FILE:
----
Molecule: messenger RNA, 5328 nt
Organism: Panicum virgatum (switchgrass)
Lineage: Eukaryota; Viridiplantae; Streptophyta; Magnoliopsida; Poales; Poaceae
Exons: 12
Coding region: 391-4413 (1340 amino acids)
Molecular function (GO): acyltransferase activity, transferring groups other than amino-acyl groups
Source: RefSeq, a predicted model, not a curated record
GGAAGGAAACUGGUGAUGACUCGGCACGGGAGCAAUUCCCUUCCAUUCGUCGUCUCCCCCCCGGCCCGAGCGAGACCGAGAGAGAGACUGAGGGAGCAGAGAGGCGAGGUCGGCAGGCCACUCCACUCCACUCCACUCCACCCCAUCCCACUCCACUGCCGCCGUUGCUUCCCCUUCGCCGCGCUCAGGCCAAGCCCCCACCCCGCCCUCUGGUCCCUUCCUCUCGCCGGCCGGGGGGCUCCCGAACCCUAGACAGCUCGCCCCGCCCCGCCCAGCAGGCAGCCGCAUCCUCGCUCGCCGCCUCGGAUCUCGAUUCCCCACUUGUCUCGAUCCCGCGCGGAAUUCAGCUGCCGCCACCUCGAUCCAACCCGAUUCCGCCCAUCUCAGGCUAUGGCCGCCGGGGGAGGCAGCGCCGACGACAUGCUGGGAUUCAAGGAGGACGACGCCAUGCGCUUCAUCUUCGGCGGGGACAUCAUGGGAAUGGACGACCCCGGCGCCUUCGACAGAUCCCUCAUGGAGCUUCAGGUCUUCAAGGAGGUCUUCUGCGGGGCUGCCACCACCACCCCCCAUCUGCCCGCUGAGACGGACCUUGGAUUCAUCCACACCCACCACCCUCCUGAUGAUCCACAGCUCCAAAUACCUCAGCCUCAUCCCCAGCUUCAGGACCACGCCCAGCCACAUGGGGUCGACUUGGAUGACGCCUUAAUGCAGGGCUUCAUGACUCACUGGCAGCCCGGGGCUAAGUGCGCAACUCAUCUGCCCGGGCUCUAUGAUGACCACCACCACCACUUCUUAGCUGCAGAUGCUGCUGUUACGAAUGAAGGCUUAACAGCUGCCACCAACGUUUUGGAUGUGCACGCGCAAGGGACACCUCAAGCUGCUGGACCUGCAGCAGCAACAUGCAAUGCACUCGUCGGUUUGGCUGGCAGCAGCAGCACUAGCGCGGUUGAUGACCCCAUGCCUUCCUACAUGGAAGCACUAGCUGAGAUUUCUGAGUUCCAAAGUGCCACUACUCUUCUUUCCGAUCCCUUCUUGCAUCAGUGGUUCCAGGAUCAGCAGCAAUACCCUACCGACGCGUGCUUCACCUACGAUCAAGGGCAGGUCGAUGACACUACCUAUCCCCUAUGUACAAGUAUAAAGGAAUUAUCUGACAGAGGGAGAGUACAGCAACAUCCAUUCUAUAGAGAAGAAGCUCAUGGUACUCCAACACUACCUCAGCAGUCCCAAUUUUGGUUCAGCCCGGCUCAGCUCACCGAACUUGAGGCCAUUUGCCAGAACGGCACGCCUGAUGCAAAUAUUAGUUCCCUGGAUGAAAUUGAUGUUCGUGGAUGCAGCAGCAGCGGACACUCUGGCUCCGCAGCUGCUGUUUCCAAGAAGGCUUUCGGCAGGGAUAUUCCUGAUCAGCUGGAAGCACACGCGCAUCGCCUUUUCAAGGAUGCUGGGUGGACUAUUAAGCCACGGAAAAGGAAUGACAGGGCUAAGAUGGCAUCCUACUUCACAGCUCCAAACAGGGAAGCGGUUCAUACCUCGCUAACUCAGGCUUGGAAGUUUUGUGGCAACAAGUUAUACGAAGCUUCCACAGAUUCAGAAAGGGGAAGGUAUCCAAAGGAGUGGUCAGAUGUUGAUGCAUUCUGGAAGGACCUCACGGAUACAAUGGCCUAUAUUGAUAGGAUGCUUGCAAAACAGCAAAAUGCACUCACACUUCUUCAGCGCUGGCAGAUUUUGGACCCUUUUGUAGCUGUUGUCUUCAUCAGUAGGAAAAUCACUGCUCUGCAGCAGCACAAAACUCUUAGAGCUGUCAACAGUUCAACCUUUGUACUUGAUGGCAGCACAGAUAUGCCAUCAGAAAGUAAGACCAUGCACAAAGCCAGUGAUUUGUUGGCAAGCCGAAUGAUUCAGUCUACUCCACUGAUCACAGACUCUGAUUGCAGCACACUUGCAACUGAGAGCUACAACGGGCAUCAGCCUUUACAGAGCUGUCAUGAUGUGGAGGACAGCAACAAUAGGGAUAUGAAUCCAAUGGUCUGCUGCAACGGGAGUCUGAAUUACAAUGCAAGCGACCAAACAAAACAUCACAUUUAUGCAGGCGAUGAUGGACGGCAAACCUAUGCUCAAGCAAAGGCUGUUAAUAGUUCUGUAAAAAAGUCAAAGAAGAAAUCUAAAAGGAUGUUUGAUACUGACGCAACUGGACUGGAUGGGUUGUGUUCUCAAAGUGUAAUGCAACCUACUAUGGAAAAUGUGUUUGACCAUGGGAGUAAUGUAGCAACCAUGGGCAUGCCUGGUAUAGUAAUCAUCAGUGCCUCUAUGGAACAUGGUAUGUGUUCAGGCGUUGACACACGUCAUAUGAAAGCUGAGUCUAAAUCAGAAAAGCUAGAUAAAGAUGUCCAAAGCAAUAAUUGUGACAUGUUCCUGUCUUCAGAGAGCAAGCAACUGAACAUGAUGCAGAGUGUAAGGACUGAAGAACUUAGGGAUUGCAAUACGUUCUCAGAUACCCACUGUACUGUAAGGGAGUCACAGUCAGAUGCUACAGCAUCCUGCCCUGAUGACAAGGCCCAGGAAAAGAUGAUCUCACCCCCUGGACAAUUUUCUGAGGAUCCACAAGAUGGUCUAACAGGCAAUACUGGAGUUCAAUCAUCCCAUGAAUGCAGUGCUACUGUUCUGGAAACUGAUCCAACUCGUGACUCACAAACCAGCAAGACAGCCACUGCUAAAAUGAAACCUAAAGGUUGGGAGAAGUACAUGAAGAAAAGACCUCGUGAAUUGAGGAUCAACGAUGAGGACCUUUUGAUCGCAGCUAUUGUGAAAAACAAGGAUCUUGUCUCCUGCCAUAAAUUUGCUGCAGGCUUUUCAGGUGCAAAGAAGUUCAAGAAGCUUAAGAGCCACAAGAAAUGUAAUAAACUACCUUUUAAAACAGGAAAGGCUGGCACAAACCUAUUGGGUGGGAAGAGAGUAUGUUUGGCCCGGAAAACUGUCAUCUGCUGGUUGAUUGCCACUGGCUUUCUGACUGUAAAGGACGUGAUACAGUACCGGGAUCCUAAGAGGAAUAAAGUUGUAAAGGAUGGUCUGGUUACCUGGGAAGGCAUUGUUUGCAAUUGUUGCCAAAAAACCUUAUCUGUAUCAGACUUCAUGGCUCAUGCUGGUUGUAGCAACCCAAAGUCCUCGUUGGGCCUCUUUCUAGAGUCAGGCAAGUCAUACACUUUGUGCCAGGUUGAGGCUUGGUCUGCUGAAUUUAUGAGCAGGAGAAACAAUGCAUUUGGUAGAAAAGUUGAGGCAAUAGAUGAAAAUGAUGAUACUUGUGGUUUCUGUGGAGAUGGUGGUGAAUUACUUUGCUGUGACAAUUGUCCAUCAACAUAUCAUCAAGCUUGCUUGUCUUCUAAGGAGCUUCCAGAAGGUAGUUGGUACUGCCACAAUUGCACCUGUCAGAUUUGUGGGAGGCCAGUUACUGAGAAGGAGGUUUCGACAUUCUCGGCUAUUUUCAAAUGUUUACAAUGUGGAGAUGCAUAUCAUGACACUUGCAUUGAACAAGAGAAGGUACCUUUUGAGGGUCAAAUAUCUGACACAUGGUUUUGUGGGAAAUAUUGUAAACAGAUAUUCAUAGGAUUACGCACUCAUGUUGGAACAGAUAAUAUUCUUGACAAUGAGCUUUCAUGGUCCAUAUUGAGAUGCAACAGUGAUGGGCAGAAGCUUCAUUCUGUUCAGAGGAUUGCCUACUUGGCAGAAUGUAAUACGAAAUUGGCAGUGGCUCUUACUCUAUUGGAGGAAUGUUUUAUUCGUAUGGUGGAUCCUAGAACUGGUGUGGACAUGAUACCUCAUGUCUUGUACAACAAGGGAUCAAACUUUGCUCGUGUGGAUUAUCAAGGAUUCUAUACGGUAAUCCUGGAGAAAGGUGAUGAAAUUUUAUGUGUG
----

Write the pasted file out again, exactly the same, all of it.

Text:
Molecule: messenger RNA, 5328 nt
Organism: Panicum virgatum (switchgrass)
Lineage: Eukaryota; Viridiplantae; Streptophyta; Magnoliopsida; Poales; Poaceae
Exons: 12
Coding region: 391-4413 (1340 amino acids)
Molecular function (GO): acyltransferase activity, transferring groups other than amino-acyl groups
Source: RefSeq, a predicted model, not a curated record
GGAAGGAAACUGGUGAUGACUCGGCACGGGAGCAAUUCCCUUCCAUUCGUCGUCUCCCCCCCGGCCCGAGCGAGACCGAGAGAGAGACUGAGGGAGCAGAGAGGCGAGGUCGGCAGGCCACUCCACUCCACUCCACUCCACCCCAUCCCACUCCACUGCCGCCGUUGCUUCCCCUUCGCCGCGCUCAGGCCAAGCCCCCACCCCGCCCUCUGGUCCCUUCCUCUCGCCGGCCGGGGGGCUCCCGAACCCUAGACAGCUCGCCCCGCCCCGCCCAGCAGGCAGCCGCAUCCUCGCUCGCCGCCUCGGAUCUCGAUUCCCCACUUGUCUCGAUCCCGCGCGGAAUUCAGCUGCCGCCACCUCGAUCCAACCCGAUUCCGCCCAUCUCAGGCUAUGGCCGCCGGGGGAGGCAGCGCCGACGACAUGCUGGGAUUCAAGGAGGACGACGCCAUGCGCUUCAUCUUCGGCGGGGACAUCAUGGGAAUGGACGACCCCGGCGCCUUCGACAGAUCCCUCAUGGAGCUUCAGGUCUUCAAGGAGGUCUUCUGCGGGGCUGCCACCACCACCCCCCAUCUGCCCGCUGAGACGGACCUUGGAUUCAUCCACACCCACCACCCUCCUGAUGAUCCACAGCUCCAAAUACCUCAGCCUCAUCCCCAGCUUCAGGACCACGCCCAGCCACAUGGGGUCGACUUGGAUGACGCCUUAAUGCAGGGCUUCAUGACUCACUGGCAGCCCGGGGCUAAGUGCGCAACUCAUCUGCCCGGGCUCUAUGAUGACCACCACCACCACUUCUUAGCUGCAGAUGCUGCUGUUACGAAUGAAGGCUUAACAGCUGCCACCAACGUUUUGGAUGUGCACGCGCAAGGGACACCUCAAGCUGCUGGACCUGCAGCAGCAACAUGCAAUGCACUCGUCGGUUUGGCUGGCAGCAGCAGCACUAGCGCGGUUGAUGACCCCAUGCCUUCCUACAUGGAAGCACUAGCUGAGAUUUCUGAGUUCCAAAGUGCCACUACUCUUCUUUCCGAUCCCUUCUUGCAUCAGUGGUUCCAGGAUCAGCAGCAAUACCCUACCGACGCGUGCUUCACCUACGAUCAAGGGCAGGUCGAUGACACUACCUAUCCCCUAUGUACAAGUAUAAAGGAAUUAUCUGACAGAGGGAGAGUACAGCAACAUCCAUUCUAUAGAGAAGAAGCUCAUGGUACUCCAACACUACCUCAGCAGUCCCAAUUUUGGUUCAGCCCGGCUCAGCUCACCGAACUUGAGGCCAUUUGCCAGAACGGCACGCCUGAUGCAAAUAUUAGUUCCCUGGAUGAAAUUGAUGUUCGUGGAUGCAGCAGCAGCGGACACUCUGGCUCCGCAGCUGCUGUUUCCAAGAAGGCUUUCGGCAGGGAUAUUCCUGAUCAGCUGGAAGCACACGCGCAUCGCCUUUUCAAGGAUGCUGGGUGGACUAUUAAGCCACGGAAAAGGAAUGACAGGGCUAAGAUGGCAUCCUACUUCACAGCUCCAAACAGGGAAGCGGUUCAUACCUCGCUAACUCAGGCUUGGAAGUUUUGUGGCAACAAGUUAUACGAAGCUUCCACAGAUUCAGAAAGGGGAAGGUAUCCAAAGGAGUGGUCAGAUGUUGAUGCAUUCUGGAAGGACCUCACGGAUACAAUGGCCUAUAUUGAUAGGAUGCUUGCAAAACAGCAAAAUGCACUCACACUUCUUCAGCGCUGGCAGAUUUUGGACCCUUUUGUAGCUGUUGUCUUCAUCAGUAGGAAAAUCACUGCUCUGCAGCAGCACAAAACUCUUAGAGCUGUCAACAGUUCAACCUUUGUACUUGAUGGCAGCACAGAUAUGCCAUCAGAAAGUAAGACCAUGCACAAAGCCAGUGAUUUGUUGGCAAGCCGAAUGAUUCAGUCUACUCCACUGAUCACAGACUCUGAUUGCAGCACACUUGCAACUGAGAGCUACAACGGGCAUCAGCCUUUACAGAGCUGUCAUGAUGUGGAGGACAGCAACAAUAGGGAUAUGAAUCCAAUGGUCUGCUGCAACGGGAGUCUGAAUUACAAUGCAAGCGACCAAACAAAACAUCACAUUUAUGCAGGCGAUGAUGGACGGCAAACCUAUGCUCAAGCAAAGGCUGUUAAUAGUUCUGUAAAAAAGUCAAAGAAGAAAUCUAAAAGGAUGUUUGAUACUGACGCAACUGGACUGGAUGGGUUGUGUUCUCAAAGUGUAAUGCAACCUACUAUGGAAAAUGUGUUUGACCAUGGGAGUAAUGUAGCAACCAUGGGCAUGCCUGGUAUAGUAAUCAUCAGUGCCUCUAUGGAACAUGGUAUGUGUUCAGGCGUUGACACACGUCAUAUGAAAGCUGAGUCUAAAUCAGAAAAGCUAGAUAAAGAUGUCCAAAGCAAUAAUUGUGACAUGUUCCUGUCUUCAGAGAGCAAGCAACUGAACAUGAUGCAGAGUGUAAGGACUGAAGAACUUAGGGAUUGCAAUACGUUCUCAGAUACCCACUGUACUGUAAGGGAGUCACAGUCAGAUGCUACAGCAUCCUGCCCUGAUGACAAGGCCCAGGAAAAGAUGAUCUCACCCCCUGGACAAUUUUCUGAGGAUCCACAAGAUGGUCUAACAGGCAAUACUGGAGUUCAAUCAUCCCAUGAAUGCAGUGCUACUGUUCUGGAAACUGAUCCAACUCGUGACUCACAAACCAGCAAGACAGCCACUGCUAAAAUGAAACCUAAAGGUUGGGAGAAGUACAUGAAGAAAAGACCUCGUGAAUUGAGGAUCAACGAUGAGGACCUUUUGAUCGCAGCUAUUGUGAAAAACAAGGAUCUUGUCUCCUGCCAUAAAUUUGCUGCAGGCUUUUCAGGUGCAAAGAAGUUCAAGAAGCUUAAGAGCCACAAGAAAUGUAAUAAACUACCUUUUAAAACAGGAAAGGCUGGCACAAACCUAUUGGGUGGGAAGAGAGUAUGUUUGGCCCGGAAAACUGUCAUCUGCUGGUUGAUUGCCACUGGCUUUCUGACUGUAAAGGACGUGAUACAGUACCGGGAUCCUAAGAGGAAUAAAGUUGUAAAGGAUGGUCUGGUUACCUGGGAAGGCAUUGUUUGCAAUUGUUGCCAAAAAACCUUAUCUGUAUCAGACUUCAUGGCUCAUGCUGGUUGUAGCAACCCAAAGUCCUCGUUGGGCCUCUUUCUAGAGUCAGGCAAGUCAUACACUUUGUGCCAGGUUGAGGCUUGGUCUGCUGAAUUUAUGAGCAGGAGAAACAAUGCAUUUGGUAGAAAAGUUGAGGCAAUAGAUGAAAAUGAUGAUACUUGUGGUUUCUGUGGAGAUGGUGGUGAAUUACUUUGCUGUGACAAUUGUCCAUCAACAUAUCAUCAAGCUUGCUUGUCUUCUAAGGAGCUUCCAGAAGGUAGUUGGUACUGCCACAAUUGCACCUGUCAGAUUUGUGGGAGGCCAGUUACUGAGAAGGAGGUUUCGACAUUCUCGGCUAUUUUCAAAUGUUUACAAUGUGGAGAUGCAUAUCAUGACACUUGCAUUGAACAAGAGAAGGUACCUUUUGAGGGUCAAAUAUCUGACACAUGGUUUUGUGGGAAAUAUUGUAAACAGAUAUUCAUAGGAUUACGCACUCAUGUUGGAACAGAUAAUAUUCUUGACAAUGAGCUUUCAUGGUCCAUAUUGAGAUGCAACAGUGAUGGGCAGAAGCUUCAUUCUGUUCAGAGGAUUGCCUACUUGGCAGAAUGUAAUACGAAAUUGGCAGUGGCUCUUACUCUAUUGGAGGAAUGUUUUAUUCGUAUGGUGGAUCCUAGAACUGGUGUGGACAUGAUACCUCAUGUCUUGUACAACAAGGGAUCAAACUUUGCUCGUGUGGAUUAUCAAGGAUUCUAUACGGUAAUCCUGGAGAAAGGUGAUGAAAUUUUAUGUGUG